My intention is to leave about half of the area in the hoophouse lie fallow so I can layer on compost materials to enrich the soil. Some areas are already planted with clover which I'm going to leave alone, it is my "green manure" -- clover fixes nitrogen in the soil, has deep roots, and then the green matter gets dug under in the spring to add more nutrients.

Monday, September 21, 2009

Obligatory end of summer green tomato post.

I had a hunch it's going to be an early frost this year. Sometimes they happen in September, but the average first frost date here is Oct 15th. Last year we made it until October 20th or so before we had one. Same the year before that. Each year I suffer through ragweed season hoping we will have a frost ASAP. This year my allergy shots seem to be working well or else my cold is masking my allergies. But I'm not miserable the way I usually have been in the past.

But it's been cold at night when it's cloudy out -- and my feeling is as soon as it clears up it'll be quite a bit colder. The coldest int he last few days in the hoophouse has been 46 degrees. I checked out the forecast today and it's calling for lows in the 30s this week, maybe even into the 20s. So we may well have a killing frost soon. And some snow, according to the forecast!! Probably just a dusting of course -- I doubt I'll be cross country skiing down my street or anything.

SO I have to start harvesting as much as possible before it's too late. The tomatoes are a big issue. There are a ton of green tomatoes. There is just no way they are going to ripen in time. If I want to ripen them, I see three ways:

1) Dig them up, and hang them upside down in the basement.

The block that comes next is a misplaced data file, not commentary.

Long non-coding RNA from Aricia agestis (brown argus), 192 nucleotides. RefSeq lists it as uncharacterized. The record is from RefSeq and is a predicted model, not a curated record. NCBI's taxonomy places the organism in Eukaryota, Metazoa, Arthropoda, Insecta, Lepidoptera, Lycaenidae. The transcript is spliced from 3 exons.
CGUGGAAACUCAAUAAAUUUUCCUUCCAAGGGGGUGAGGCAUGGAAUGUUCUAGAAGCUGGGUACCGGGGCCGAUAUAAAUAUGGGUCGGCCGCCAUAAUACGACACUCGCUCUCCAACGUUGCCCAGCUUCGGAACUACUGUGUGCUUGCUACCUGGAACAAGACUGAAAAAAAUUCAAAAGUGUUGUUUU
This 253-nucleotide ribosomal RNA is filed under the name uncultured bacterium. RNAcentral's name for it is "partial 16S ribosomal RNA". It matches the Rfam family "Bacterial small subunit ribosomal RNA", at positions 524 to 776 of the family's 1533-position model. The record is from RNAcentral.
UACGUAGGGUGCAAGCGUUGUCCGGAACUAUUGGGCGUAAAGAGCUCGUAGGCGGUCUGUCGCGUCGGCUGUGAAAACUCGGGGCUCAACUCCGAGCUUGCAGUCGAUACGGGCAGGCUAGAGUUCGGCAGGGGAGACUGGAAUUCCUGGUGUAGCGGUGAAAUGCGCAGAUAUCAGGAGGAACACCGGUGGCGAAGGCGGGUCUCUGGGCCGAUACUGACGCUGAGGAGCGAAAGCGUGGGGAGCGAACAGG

2) Wrap individual tomatoes in paper bags and store them in basement.
3) Transplant plants into pots and put inside.

The guy at the farmers market told me I HAD to put the Sun Gold cherry tomato plant in a pot. So I heeded his advice. That will be coming inside today. The others I would have to dig up and transplant. They might not like that. But it might be worth a try.

I think I'm going to experiment. I have a lot of tomato plants. One issue with transplanting is these plants are BIG. So doing the hanging thing or wrapping the tomatoes probably makes more sense for most plants. Anyways, sounds like I'm going to be doing an experiment.

Sunday, September 20, 2009

tomatoes -- a big big FAILURE!!

The tomatoes have been very disappointing. We have had some cherry tomoatoes, a bunch more are about to get ripe, and the other day I found a couple red non-cherry tomatoes. I was very very excited -- I hadn't seen them at all as they were ripening so I was totally surprised. I have a bunch of gorgeous huge green tomatoes but they are refusing to ripen.

The summer the last month or so has been very gray and cloudy, and often rainy. The days often are just in the 70s, and the evenings in the 50s. THat is one part of the problem with my tomatoes. But it's not entirely to blame -- after all, other people in Los Alamos have grown tomatoes this summer.